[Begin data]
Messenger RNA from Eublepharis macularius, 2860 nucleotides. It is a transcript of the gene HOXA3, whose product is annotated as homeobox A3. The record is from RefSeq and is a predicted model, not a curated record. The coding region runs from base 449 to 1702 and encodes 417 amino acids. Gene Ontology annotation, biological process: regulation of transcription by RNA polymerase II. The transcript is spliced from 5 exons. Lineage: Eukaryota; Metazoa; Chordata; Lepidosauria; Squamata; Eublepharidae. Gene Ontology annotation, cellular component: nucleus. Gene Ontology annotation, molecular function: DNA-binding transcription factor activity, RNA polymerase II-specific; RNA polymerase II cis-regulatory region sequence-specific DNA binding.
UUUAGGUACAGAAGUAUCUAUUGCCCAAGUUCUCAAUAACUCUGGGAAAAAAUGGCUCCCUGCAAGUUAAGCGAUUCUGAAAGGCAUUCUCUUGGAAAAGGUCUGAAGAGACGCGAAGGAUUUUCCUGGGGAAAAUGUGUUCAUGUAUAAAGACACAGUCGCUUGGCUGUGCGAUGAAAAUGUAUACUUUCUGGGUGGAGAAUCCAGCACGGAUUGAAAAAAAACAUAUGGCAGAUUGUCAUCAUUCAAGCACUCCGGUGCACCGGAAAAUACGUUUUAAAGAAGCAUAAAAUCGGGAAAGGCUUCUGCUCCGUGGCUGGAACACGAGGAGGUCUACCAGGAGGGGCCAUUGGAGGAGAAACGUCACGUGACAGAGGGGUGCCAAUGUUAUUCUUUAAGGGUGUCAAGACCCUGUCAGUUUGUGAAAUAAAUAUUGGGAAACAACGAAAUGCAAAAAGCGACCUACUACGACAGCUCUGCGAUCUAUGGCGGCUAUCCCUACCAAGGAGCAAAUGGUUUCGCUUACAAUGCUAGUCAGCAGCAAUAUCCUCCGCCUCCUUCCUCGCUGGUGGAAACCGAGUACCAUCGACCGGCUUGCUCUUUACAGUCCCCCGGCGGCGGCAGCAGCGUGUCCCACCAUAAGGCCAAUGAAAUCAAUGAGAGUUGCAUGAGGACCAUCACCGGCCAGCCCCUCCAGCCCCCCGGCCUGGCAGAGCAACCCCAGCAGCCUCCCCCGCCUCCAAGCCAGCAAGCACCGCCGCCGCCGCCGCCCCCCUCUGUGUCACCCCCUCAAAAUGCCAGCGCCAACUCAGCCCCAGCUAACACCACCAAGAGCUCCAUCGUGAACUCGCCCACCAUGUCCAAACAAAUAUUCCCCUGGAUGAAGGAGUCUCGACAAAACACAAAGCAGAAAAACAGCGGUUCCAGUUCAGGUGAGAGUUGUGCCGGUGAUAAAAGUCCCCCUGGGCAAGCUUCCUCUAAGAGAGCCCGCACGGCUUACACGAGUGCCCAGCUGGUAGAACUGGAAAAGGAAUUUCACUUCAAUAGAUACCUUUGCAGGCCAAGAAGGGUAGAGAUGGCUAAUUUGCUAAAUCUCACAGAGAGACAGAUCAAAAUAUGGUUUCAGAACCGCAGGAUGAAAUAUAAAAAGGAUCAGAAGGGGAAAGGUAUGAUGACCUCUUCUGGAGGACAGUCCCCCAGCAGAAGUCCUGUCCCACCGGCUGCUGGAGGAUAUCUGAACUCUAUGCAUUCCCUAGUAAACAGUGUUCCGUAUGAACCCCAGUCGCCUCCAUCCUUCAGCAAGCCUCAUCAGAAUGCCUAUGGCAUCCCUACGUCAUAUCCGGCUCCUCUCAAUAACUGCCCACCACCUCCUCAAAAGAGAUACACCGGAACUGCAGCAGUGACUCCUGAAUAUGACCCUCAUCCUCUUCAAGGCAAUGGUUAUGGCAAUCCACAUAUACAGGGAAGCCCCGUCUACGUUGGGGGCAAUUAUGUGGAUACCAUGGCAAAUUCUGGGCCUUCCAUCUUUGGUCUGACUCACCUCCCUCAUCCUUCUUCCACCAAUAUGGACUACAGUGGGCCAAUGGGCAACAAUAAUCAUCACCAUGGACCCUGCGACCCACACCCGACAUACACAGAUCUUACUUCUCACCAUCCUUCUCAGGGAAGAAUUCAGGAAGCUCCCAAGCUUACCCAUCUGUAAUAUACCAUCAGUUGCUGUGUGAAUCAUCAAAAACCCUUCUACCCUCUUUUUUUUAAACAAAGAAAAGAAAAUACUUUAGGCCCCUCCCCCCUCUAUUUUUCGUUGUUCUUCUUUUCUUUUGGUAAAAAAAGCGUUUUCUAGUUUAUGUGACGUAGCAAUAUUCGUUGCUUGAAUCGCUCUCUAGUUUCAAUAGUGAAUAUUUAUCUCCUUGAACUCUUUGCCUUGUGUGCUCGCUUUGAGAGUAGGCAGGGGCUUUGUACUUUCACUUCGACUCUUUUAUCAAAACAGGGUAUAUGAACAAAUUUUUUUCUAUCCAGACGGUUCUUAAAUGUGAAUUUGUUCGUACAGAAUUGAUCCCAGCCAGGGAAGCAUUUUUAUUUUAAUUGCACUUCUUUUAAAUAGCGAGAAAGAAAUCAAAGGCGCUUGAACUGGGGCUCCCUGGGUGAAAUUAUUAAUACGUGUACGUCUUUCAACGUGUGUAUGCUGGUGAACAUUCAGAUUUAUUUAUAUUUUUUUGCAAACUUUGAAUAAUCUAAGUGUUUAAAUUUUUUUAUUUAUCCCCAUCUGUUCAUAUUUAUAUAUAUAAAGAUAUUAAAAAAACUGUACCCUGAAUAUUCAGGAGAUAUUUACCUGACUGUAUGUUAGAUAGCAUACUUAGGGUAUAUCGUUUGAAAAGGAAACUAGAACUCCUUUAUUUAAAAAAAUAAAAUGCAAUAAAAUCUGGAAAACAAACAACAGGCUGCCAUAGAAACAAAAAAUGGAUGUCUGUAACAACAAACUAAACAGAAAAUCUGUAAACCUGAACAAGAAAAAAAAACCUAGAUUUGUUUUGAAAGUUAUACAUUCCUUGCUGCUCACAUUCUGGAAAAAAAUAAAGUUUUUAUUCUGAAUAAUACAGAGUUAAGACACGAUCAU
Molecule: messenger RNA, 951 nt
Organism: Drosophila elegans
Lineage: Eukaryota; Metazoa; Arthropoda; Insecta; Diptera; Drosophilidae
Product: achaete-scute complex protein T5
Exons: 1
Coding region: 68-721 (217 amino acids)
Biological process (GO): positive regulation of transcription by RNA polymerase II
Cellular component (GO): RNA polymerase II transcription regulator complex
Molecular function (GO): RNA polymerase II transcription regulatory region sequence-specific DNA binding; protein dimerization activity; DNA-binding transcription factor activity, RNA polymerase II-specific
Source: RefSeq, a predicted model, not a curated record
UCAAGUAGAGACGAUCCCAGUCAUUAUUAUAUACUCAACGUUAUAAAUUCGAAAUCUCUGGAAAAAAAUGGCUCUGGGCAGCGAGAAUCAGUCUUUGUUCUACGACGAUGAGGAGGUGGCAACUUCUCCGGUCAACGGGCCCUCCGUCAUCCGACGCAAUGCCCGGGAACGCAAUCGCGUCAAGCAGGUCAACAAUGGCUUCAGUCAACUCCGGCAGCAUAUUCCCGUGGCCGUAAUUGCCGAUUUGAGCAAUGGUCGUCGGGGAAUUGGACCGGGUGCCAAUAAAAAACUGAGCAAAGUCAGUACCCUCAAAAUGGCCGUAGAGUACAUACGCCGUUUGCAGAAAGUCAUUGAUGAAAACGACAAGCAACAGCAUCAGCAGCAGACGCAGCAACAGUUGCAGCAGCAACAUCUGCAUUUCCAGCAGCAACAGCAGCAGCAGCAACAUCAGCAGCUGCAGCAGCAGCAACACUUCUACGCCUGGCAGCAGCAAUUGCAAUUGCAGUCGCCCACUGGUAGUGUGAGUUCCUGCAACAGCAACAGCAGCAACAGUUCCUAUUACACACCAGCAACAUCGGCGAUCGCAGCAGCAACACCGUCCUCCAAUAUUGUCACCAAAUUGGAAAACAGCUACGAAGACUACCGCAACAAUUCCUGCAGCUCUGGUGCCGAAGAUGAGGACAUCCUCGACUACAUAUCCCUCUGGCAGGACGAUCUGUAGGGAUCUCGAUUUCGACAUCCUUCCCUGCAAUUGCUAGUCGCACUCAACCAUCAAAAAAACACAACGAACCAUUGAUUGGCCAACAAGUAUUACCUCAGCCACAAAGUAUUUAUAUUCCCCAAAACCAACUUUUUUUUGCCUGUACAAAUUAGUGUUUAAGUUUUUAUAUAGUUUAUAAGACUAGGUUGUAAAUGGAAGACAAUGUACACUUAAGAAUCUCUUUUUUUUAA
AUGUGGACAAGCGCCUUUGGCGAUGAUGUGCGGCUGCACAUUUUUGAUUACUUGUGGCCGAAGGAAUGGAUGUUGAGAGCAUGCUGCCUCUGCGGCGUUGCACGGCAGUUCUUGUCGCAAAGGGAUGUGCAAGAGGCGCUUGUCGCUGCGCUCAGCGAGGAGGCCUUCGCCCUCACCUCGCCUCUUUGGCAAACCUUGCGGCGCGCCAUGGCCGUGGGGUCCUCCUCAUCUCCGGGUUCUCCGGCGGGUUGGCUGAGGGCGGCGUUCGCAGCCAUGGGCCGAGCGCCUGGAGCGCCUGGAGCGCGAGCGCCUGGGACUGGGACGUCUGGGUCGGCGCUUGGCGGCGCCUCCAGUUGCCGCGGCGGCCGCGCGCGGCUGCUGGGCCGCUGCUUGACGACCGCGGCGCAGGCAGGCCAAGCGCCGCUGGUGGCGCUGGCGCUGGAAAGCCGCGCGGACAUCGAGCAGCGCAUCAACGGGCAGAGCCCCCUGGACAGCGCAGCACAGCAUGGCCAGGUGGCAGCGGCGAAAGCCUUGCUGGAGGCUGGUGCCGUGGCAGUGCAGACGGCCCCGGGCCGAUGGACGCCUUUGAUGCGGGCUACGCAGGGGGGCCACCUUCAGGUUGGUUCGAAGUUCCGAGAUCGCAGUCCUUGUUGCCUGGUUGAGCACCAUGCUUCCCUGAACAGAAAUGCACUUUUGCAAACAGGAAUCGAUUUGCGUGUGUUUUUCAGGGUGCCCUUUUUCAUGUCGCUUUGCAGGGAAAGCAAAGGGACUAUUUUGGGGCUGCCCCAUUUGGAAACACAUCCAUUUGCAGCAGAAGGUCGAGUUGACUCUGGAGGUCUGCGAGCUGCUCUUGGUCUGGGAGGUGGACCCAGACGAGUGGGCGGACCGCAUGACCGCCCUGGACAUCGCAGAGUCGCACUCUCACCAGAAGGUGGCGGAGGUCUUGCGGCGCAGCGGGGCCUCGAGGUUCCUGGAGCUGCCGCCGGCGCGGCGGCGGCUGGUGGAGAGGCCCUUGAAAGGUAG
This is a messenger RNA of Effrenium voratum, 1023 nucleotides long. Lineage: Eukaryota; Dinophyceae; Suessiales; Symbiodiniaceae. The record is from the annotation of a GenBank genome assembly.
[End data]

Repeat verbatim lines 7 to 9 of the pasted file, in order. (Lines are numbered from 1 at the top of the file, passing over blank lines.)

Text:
Exons: 1
Coding region: 68-721 (217 amino acids)
Biological process (GO): positive regulation of transcription by RNA polymerase II